The paunch might be there, and the double chins all around too. But when it came to sheer energy, the boys-now-men turned on the charm and gave the 7000-strong crowd a show to remember.
From Colour Me Badd’s “Sex Me Up, to Tommy Page’s “Shoulder to Cry On”, and of course All-4-One’s “I Can Love You Like That”, every song was pumped up with gusto and if you were in the audience that night, it seemed that the boys were fuelled by a thought at the back of their heads that this could well be one of the last times that they could take to the big stage.
And they gave it all that they had, and more.
Going back a little, I’ve watched Bruce “The Boss” Springsteen in concert just a couple of years back, and the would-be pensioner played through a 3-hour show with no breaks in-between. The working-class hero knew the crowd had paid good money to come see him, and it was a duty perhaps, to give them everything he was worth.
And isn’t that the same thing when we see older workers in Singapore slogging away at their menial tasks?
I’ve never been served by senior in McDonald’s who wasn’t chirpy and attentive. They might be a bit slower than their younger colleagues at getting the food on the plate, but the level of service, and desire to serve has always been much more welcome for me.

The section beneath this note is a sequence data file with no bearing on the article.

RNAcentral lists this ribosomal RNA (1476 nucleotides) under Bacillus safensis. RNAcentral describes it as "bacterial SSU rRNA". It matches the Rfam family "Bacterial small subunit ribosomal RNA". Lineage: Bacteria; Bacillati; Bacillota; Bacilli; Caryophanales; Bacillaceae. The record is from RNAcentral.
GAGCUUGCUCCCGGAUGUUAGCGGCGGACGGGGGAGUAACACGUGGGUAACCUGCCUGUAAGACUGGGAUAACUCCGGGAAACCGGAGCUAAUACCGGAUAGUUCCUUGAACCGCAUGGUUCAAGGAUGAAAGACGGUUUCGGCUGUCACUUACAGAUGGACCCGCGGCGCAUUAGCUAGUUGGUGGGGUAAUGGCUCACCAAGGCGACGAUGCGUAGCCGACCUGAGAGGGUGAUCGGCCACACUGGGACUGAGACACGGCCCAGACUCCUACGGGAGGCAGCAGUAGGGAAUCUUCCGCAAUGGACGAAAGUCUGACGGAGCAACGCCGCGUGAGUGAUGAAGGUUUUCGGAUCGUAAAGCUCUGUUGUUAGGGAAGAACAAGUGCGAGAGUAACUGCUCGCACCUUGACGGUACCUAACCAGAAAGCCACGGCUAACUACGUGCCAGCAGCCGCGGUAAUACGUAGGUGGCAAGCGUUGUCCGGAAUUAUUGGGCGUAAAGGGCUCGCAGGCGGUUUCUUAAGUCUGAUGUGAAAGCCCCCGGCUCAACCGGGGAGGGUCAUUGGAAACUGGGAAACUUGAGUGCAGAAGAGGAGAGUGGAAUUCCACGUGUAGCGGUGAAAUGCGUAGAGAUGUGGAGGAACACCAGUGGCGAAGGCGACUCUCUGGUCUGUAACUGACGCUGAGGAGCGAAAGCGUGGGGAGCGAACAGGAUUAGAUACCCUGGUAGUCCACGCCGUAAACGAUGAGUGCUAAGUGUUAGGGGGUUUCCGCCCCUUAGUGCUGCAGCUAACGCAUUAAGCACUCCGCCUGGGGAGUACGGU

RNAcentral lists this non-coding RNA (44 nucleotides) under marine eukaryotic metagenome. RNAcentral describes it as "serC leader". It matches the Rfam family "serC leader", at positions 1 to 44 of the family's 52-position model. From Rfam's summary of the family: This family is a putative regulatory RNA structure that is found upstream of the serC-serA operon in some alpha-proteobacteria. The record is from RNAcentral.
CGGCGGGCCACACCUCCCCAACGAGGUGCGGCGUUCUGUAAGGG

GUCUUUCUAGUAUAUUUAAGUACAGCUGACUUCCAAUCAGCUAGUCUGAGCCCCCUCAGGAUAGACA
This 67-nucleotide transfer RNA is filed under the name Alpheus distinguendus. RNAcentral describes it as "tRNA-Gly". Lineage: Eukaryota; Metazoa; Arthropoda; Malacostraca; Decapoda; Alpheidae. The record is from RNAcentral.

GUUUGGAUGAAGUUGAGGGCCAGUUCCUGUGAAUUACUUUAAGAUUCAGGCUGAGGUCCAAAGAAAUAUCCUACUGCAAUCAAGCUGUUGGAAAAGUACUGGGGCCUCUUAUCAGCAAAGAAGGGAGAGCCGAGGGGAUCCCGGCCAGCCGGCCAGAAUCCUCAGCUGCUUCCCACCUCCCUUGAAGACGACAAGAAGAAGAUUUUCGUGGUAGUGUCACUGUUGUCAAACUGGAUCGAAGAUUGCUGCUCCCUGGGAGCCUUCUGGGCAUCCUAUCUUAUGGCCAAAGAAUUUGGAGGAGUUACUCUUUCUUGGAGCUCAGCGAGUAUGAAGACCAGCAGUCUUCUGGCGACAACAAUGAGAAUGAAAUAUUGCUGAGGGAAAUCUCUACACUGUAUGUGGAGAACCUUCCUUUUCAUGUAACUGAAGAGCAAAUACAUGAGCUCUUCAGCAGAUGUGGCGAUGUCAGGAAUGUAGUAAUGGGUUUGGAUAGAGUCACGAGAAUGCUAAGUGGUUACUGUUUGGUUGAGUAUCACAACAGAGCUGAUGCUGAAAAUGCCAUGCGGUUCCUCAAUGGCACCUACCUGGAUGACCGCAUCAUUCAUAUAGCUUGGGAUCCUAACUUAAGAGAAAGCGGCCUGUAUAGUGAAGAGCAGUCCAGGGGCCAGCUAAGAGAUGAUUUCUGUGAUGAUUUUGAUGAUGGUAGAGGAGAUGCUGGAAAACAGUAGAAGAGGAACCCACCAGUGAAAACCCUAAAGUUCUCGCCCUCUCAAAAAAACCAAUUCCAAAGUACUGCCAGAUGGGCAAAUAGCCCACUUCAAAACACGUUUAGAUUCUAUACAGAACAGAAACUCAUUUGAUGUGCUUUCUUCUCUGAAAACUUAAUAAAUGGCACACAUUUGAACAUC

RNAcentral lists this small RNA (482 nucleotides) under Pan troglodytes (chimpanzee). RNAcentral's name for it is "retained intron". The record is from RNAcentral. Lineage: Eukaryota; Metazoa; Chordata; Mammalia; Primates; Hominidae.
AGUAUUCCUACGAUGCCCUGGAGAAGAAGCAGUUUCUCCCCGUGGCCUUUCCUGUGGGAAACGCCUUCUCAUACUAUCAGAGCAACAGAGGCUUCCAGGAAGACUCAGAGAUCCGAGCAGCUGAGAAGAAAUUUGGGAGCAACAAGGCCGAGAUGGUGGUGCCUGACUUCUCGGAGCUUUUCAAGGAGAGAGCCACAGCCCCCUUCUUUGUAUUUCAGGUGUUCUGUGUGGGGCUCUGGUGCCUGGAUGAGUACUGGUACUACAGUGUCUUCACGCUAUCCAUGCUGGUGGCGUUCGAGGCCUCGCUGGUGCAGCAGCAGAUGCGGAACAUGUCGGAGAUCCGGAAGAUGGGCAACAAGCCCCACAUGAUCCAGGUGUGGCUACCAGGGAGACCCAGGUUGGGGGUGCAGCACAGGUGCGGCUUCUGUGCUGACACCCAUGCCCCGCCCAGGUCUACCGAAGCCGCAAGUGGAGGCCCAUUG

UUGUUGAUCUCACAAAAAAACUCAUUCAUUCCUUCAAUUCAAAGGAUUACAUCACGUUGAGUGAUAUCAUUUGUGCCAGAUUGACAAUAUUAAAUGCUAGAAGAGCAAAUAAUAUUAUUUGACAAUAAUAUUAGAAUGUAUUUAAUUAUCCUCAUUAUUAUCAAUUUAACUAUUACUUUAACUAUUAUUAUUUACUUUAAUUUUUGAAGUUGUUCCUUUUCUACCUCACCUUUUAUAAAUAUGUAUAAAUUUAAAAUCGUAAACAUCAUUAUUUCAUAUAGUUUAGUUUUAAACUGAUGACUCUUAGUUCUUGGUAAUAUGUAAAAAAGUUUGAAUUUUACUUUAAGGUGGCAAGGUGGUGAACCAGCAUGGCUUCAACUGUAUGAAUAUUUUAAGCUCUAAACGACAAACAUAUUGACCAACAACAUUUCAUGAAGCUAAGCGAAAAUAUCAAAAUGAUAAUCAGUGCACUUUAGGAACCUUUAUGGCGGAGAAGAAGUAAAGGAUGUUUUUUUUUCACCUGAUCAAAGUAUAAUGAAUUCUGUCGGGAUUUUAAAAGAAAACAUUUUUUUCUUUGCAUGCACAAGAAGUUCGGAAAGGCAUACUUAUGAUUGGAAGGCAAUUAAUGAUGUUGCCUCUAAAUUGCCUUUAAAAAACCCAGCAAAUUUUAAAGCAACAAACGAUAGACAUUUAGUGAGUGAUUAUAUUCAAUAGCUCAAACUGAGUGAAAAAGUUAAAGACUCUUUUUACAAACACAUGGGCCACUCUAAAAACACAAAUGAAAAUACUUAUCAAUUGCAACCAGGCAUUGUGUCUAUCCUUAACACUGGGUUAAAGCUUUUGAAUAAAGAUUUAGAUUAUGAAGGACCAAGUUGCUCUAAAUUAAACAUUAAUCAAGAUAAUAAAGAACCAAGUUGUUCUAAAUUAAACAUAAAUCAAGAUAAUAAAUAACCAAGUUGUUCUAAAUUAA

Similarly, the cleaners seen at food courts across Singapore. They really clean the f*ck out of those tables, and don’t do a half-ass job of it.
It’s just sad that their talent and hunger to remain an active part of our Singaporean community and landscape is much neglected.
If only we could make full use of these elderly talents, and put them in jobs where they could fulfill their potential – jobs related to communication, and public relations – which make less use of brute strength, and more of soft people skills.
Pretty sure they’ll excel.
And better and more meaningful jobs like this would boost their self-worth, at an age where many believe they aren’t deserving of society’s attention. It would give them a good income, to pay for ever-increasing CPF contributions, Medishield Life premiums, housing costs, food, and groceries.
They could enjoy more, and we could enjoy the fruits of their new-found labour.
Going back to Retrolicious 2015, the boys ended the show with a modern-day hit: Sam Smith’s “Stay With Me’.
That’s probably the best message they could deliver to our young ones today – we won’t be forgotten, and we’re here to stay.
So don’t leave us out of life.
Take a bow, guys.